You saw a lot—at least I saw at a lot of Occupy camps, a lot of these younger people were Barack Obama supporters, but were really disillusioned with what they’ve seen from him. Many of them wanted to see different things but there was a general sense of disillusionment. I saw a quote earlier this morning on Twitter from a member ofOccupyDCthat I thought summed it up well. He said, “I got an email from the Barack Obama campaign asking me to volunteer. Sorry Barry this is ‘12 not ‘08 and I’m four years the wiser.” And I thought that really summed up their attitude towards the President. And of course corporate money in politics is a bi-partisan phenomenon. The bank bailouts were supported by both parties. So the anger is generally directed as much at the Democratic party as much as the Republican party. They’re all seen as part of the same corrupt system.
But that hasn’t stopped more mainstream groups from trying to use the Occupy moniker as their own. Rob alluded to the 99% spring, which is a new effort underway, backed by MoveOn.org and other similar groups. Al Jeezera had an interesting piece on it yesterday. They quoted someone saying they were concerned it was a Democratic Party attempt to galvanize support for President Barack Obama’s political campaign.
Again this is not what the Occupy movement is about. For the most part they are not trying to engage in traditional two-party politics. The 99% Spring, Van Jones and his Saving the American Dream Movement—its an attempt to use this grassroots energy to achieve conventional left-wing political objectives and you’ve seen a lot of resistance to that from people within the Occupy movement.
Now we’re eight months into these protests. When it started there was a lot of broad appeal to people concerned with income inequality, with cronyism, with the political system generally, and the sort of dysfunction here in Washington. But as we went through the winter, we’re months in, and you find that a lot of the more casual protestors aren’t as committed to sleeping in a park for months at a time throughout the cold weather.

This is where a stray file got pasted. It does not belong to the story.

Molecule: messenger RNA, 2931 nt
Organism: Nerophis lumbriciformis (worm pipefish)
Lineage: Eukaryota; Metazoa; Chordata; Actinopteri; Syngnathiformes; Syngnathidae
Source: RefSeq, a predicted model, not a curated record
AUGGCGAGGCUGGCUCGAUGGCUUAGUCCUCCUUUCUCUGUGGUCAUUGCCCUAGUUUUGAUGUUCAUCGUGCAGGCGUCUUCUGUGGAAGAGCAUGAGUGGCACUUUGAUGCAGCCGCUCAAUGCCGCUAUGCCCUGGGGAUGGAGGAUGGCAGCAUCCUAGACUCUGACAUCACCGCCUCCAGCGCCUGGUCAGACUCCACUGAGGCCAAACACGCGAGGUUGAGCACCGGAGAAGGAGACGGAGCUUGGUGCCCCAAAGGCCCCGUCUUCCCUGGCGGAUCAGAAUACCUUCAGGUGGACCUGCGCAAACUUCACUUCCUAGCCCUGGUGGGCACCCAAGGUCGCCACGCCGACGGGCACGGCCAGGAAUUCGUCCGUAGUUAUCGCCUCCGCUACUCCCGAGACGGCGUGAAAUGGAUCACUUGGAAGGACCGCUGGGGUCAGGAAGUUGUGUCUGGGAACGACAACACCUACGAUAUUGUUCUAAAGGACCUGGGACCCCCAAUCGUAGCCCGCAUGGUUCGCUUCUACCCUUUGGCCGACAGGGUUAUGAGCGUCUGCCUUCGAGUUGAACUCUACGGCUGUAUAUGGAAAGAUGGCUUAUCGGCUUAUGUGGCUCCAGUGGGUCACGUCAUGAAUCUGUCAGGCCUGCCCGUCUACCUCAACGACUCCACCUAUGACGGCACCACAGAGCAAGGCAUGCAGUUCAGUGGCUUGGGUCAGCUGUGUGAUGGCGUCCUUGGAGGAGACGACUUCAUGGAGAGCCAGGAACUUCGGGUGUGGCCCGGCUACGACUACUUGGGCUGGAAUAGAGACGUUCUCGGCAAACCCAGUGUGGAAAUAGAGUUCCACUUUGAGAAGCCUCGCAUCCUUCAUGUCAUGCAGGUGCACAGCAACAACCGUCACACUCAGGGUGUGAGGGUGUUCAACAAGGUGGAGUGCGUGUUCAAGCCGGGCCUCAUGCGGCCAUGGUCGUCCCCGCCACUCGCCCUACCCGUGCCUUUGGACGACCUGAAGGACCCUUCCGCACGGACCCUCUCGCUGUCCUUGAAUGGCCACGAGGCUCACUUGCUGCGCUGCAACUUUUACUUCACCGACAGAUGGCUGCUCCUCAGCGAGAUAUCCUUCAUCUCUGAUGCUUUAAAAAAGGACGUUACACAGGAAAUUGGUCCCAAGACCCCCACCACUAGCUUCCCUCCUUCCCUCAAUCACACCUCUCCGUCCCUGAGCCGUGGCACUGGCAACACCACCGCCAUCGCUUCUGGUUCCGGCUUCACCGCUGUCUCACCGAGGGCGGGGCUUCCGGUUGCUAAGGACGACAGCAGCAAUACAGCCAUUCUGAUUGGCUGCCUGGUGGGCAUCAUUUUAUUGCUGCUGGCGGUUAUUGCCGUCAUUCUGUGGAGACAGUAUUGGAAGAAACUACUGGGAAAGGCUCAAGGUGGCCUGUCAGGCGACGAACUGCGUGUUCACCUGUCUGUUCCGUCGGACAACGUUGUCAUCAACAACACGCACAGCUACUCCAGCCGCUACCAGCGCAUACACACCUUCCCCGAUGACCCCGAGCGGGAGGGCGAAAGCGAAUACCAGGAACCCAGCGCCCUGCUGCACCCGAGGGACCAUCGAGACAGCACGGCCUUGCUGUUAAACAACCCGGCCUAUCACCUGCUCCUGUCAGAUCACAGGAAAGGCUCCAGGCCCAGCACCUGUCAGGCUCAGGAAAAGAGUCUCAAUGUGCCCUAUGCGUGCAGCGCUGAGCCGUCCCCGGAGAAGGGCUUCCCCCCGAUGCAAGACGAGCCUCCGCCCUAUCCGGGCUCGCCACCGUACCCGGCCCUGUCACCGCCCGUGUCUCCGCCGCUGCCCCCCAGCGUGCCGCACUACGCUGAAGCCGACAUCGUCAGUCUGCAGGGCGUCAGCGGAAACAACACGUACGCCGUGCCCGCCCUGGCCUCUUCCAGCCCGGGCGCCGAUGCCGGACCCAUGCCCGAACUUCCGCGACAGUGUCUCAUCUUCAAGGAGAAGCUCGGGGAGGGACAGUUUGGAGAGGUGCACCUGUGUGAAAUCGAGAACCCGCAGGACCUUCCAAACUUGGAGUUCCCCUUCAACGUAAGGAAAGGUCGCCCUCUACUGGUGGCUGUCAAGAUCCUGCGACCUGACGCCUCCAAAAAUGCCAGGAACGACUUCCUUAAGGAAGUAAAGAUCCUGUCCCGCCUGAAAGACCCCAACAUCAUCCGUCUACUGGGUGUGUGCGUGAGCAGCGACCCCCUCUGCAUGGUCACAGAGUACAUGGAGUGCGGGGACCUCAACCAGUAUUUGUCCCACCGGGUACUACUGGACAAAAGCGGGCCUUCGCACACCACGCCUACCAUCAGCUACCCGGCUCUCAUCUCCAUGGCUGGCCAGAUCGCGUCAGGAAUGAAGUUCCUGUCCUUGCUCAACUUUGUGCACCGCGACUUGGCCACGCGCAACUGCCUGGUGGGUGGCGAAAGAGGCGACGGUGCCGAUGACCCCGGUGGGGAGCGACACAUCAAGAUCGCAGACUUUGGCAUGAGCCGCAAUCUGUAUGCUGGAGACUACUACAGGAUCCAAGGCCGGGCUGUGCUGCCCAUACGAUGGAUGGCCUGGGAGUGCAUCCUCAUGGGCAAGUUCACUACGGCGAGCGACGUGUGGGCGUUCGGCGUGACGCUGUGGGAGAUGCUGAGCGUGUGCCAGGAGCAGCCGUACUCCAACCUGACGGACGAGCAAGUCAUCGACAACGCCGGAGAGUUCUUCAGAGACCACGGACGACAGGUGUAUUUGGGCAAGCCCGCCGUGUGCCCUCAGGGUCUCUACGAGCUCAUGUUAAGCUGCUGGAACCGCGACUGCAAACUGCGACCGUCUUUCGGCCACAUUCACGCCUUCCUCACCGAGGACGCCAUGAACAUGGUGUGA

So what remains of the Occupy movement is more of these professional agitators, sort the hard core demonstrators that were involved in these WTO protests starting in the 1990s. These are the sort of people that are opposed to this two party system. They’re going to try to continue to sustain the Occupy movement.
The title of this event, whether it’s a post-mortem, was really meant to be provocative in the sense that going forward, we’re going to continue seeing groups holding events and protesting under the banner of the Occupy movement. The question is whether those groups will be Occupy as it was originally conceived—this decentralized, leaderless movement – or whether it will co-opted by mainstream political groups that are looking to use this “sound byte populism,” as Rob called it, for their own political ends.
My colleagues are going to talk about the structure of Occupy, and some of the lessons that can be learned, but I think it’s important to note where its coming from, the inner workings of it, the attempts by some groups to use this for their own ends, and the resistance going on within the movement. I think it speaks a lot to the central character of Occupy as it was originally started. Whether it will continue as a grassroots movement really speaks to the question here today. Will it be a political force going forward? Can we legitimately call it Occupy Wall Street? Or has it become something completely different – something more mainstream, and more willing to engage in the political process?